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changes in attitude

2004-04-30 15:56:10.330144+00 by Dan Lyke 23 comments

Damn it. I enjoy bar food, a good plate of fries and a sandwich involving large quantities of meat and cheese to complement a good dark beer: all good. Except that since whatever change I had late last year that's leading me to get my weight down, I regret it in the morning. It's not like I feel actively bad, it's just that I kinda think I really should've had a salad. And I need to change my breakfast routine. Here's where I start pondering ways to structure my life the way it was back in the glory days, where I was getting tens of hours of hard exercise a week... Sigh.

[ related topics: Dan's Life Health Food Beer Physiology ]

comments in ascending chronological order (reverse):

#Comment Re: made: 2004-04-30 18:21:24.362179+00 by: meuon

As I have been hobbling.. starting to get back to normal after a broken ankle.. I have not been as active as I have.. and after 5 months it shows and I feel it. You are right. Good bar food is wonderful. But you NEED a job doing construction to be able to eat it often at 40+. Or.. rafting and skating.. or.. caving.. or.. Gosh, although good sex can be workout and leaves me sweating and panting, can you consider that an exercise routine?

#Comment Re: made: 2004-04-30 19:37:19.49166+00 by: Diane Reese

Dan, here's where I pull out the boring things I learned by going to WeightWatchers meetings every week for almost two years. Yes, it's important to evaluate what you eat daily (and more importantly, the portion sizes of what you eat), but there needs to be room in a conscious approach to healthy living for occasional binges. (WW now even builds a minor splurge into their program each week.) As long as you're aware that it's a splurge, and you won't be doing it Every Single Day (and probably not even every single week), it's fine. No Guilt, Move On. Do you eat salads for lunch or dinner fairly often? Do you eat healthily most of the rest of the time, without overdoing either portions or heavy loads of calories or fat? Then you're fine. Enjoy a night of bar food, and go back to being conscious the next day. Just don't make it a daily habit. ("And don't 'should' on yourself!")

And meuon, yes: anything that works up a sweat can be counted as activity points. :-) I might not go so far as calling it an "exercise routine", but...

#Comment Re: made: 2004-04-30 19:39:09.945883+00 by: Diane Reese

Oh, and I do recommend changing one's breakfast routine, it can make a lot of difference in a healthy approach to food (and weight loss or maintanence).

And drink a lot of water. Not, not that much, I mean a LOT. More. There. Like that. LOTS of water. Trust me, it makes a difference.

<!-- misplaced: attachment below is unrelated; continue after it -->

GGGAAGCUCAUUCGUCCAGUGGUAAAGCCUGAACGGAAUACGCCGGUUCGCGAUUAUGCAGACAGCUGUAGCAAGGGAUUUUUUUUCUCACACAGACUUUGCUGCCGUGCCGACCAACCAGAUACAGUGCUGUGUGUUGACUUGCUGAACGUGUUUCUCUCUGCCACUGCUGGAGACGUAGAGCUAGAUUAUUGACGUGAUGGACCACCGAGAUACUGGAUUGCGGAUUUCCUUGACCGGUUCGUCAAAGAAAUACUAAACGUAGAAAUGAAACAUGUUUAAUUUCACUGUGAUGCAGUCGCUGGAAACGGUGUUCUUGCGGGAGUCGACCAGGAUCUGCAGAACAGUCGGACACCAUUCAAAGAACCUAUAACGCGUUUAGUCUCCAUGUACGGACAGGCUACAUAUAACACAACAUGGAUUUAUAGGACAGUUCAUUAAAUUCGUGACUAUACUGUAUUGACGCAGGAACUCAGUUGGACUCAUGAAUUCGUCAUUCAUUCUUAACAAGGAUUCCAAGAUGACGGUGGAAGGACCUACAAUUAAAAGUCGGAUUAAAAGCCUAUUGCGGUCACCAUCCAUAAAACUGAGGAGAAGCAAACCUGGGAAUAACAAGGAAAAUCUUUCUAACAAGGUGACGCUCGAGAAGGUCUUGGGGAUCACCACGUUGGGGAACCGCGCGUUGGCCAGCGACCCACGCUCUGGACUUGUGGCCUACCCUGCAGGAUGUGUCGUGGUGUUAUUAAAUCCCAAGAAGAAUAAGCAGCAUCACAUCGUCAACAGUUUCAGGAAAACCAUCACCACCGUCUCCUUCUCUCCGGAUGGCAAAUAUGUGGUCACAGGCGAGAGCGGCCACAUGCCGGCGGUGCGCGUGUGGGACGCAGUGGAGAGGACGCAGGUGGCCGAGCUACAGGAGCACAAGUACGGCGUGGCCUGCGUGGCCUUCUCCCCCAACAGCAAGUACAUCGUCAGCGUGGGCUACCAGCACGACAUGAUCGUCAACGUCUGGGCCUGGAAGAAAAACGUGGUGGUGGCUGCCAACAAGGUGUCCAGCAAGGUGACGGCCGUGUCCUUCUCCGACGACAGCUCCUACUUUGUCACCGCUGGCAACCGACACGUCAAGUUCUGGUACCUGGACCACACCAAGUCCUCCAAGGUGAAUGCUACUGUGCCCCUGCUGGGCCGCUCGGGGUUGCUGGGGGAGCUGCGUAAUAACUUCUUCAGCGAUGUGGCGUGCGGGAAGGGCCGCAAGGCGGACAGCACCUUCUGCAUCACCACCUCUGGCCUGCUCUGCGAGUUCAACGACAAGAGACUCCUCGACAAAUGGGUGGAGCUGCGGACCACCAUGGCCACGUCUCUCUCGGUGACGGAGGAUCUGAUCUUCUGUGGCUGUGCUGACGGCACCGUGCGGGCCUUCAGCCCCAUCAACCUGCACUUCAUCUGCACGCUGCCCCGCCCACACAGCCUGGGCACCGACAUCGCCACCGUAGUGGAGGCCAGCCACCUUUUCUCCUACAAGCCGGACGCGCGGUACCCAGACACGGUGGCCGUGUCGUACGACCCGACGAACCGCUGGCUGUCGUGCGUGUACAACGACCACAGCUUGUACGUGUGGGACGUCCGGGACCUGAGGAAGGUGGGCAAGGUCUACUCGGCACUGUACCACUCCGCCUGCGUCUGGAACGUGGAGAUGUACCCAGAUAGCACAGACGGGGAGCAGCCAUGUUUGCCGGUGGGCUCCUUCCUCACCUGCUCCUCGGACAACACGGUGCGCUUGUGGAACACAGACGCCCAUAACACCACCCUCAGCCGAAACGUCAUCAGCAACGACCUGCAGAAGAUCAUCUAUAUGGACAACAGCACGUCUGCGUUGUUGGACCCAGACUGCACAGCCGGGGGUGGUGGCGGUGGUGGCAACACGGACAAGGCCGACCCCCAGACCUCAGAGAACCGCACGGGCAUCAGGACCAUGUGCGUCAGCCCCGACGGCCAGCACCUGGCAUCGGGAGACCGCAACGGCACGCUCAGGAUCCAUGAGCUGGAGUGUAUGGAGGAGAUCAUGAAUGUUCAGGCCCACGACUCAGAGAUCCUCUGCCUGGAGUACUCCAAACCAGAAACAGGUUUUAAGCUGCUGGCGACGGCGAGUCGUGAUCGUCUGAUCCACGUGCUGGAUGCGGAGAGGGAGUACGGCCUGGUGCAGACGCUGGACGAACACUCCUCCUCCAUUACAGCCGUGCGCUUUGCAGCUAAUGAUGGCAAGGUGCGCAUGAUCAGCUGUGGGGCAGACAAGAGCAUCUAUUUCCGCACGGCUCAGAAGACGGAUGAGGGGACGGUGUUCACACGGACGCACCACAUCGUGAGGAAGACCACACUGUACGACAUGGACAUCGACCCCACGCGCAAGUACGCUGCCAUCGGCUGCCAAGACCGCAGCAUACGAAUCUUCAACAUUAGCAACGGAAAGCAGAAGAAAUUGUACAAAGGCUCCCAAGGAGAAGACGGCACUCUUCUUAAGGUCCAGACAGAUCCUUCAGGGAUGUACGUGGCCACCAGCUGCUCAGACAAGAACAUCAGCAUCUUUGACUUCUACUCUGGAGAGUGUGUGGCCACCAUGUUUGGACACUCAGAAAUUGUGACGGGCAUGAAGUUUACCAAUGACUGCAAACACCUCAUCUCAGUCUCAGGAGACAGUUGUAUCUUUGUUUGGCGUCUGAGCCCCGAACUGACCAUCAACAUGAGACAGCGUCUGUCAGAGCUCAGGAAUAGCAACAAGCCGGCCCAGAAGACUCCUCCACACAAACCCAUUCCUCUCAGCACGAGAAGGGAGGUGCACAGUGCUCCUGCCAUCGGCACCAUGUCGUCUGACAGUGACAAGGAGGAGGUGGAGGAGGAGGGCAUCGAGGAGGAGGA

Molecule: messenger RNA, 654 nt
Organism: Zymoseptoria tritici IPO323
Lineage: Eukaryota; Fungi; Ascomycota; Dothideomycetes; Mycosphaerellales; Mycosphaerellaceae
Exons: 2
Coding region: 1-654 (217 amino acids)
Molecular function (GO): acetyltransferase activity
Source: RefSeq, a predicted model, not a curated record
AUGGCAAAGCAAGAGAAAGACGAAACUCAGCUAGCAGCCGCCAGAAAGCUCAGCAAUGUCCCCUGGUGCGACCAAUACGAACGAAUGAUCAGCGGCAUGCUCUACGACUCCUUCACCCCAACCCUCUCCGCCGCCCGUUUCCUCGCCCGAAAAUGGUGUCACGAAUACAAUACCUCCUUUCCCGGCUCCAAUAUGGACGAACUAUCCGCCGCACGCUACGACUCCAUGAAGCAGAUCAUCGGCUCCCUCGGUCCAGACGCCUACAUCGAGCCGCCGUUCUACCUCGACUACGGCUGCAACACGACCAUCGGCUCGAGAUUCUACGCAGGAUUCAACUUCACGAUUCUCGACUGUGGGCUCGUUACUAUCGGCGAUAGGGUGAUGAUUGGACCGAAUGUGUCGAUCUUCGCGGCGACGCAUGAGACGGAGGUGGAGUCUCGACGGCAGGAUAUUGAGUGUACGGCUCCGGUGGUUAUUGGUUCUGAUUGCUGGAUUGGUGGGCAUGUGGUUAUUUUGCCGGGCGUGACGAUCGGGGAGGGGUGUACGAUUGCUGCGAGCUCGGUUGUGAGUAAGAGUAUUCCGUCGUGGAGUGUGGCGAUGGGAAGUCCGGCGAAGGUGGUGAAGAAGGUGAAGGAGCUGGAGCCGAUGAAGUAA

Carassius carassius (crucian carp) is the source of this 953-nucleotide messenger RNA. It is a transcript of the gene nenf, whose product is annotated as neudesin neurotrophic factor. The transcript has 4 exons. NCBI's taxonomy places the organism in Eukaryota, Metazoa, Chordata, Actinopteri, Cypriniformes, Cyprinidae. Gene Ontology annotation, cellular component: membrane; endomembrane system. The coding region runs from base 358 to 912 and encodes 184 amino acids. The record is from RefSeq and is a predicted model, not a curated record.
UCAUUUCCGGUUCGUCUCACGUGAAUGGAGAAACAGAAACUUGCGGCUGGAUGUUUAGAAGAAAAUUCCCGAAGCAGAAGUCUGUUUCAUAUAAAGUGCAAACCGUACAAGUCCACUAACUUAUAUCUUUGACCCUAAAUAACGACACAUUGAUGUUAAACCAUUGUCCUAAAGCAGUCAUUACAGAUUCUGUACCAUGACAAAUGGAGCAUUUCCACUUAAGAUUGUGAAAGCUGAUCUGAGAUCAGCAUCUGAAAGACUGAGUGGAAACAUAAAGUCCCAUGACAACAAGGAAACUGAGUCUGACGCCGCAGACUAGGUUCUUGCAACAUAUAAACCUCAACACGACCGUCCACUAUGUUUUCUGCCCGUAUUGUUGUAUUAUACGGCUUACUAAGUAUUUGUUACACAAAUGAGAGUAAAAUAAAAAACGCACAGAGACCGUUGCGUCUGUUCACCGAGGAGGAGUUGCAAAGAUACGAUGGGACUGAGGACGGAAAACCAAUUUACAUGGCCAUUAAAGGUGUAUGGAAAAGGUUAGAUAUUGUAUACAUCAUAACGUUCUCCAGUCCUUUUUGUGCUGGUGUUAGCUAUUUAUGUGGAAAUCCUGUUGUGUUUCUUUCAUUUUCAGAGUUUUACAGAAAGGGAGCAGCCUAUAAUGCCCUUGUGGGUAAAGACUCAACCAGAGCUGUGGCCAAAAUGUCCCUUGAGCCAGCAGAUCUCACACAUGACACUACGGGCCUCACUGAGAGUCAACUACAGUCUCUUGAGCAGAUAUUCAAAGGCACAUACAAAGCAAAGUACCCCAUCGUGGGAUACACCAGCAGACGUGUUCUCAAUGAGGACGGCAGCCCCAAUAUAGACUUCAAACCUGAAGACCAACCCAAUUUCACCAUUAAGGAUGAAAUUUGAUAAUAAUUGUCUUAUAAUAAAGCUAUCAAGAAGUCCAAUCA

#Comment Re: made: 2004-04-30 19:46:41.447946+00 by: Shawn

can you consider that an exercise routine?

In a word, Yes. A friend even likes to daydream about it one day becoming an Olympic sport.

#Comment Re: made: 2004-04-30 20:55:19.911204+00 by: meuon

Re: Portion Control: I like to eat out, as do some friends of mine, and I watched the consistantly, at nice resturants as well as dives, make one good order and a spare plate. It's not that they are cheap or poor, that ain't the problem.. the problem is a Chicken Fried Chicken Dinner at the Big River Grill is probably 6k+ calories if you lick the gravy and sauces off of the plate. Most portions are huge. Way too much to eat alone. So Pam and Clem eat what they want... but split it in order to get decent sized portions. Nancy and I have been doing the same things sometimes, luckily neither of us are picky eaters.

It works..or at least it helps when eating out if y9ou have a friend to share with.

Shawn.. Can I be a judge?

#Comment Re: made: 2004-04-30 21:40:34.838214+00 by: markd

Re: the water thing. Now that I've been getting my Necessary Allotment of water each day (1 fl oz per 2 lbs body weight, for those of us stuck pre-metric), I've been feeling better. But after I splurge, usually something high-sodium or alcohol related, I feel pretty miserable (not quite a hangover, but similar) the next morning, which I chalk up to dehydration. Usually after I drink a quart of water, I feel much better.

#Comment Re: made: 2004-04-30 22:31:42.927842+00 by: Dan Lyke

It's weird, I don't think it's a remorse or regret thing, and it's not like I actively feel bad, it's just that there's something in my body that doesn't like it.

On water: Yep, I think the start of this whole weight loss thing (which has actually mostly been fortuitous) was when I realized that most of the time when I thought I was hungry I was really thirsty.

#Comment Re: made: 2004-04-30 23:48:43.720668+00 by: Shawn

Thanks for reminding me, meuon. I need to reinstitute my policy of dividing my portions in half and taking the latter home for lunches.

#Comment Re: Sex Olympics made: 2004-05-01 00:14:05.818915+00 by: concept14

Shawn-- When I hear someone brag about qualifying for the sex olympics, I assume that their event is the talkathon.

#Comment Re: made: 2004-05-01 00:34:40.627223+00 by: Diane Reese

I realized that most of the time when I thought I was hungry I was really thirsty.

Bingo. You've hit the nail on the head. Good sleuthing!

#Comment Re: made: 2004-05-02 19:51:29.979682+00 by: Shawn

I didn't say anything about anyone bragging, or even being a contestant.

#Comment Re: made: 2004-05-04 15:01:46.204189+00 by: ebradway

I have to chime in on this one... Diet has become a central focus in my life lately. When Asha and I moved in together, we decided to not have any cooked food in the apartment. We managed to go three weeks on 100% live foods (we wavered when we went to Asheville for a weekend and couldn't stand not being able to eat at our favorite restaurants).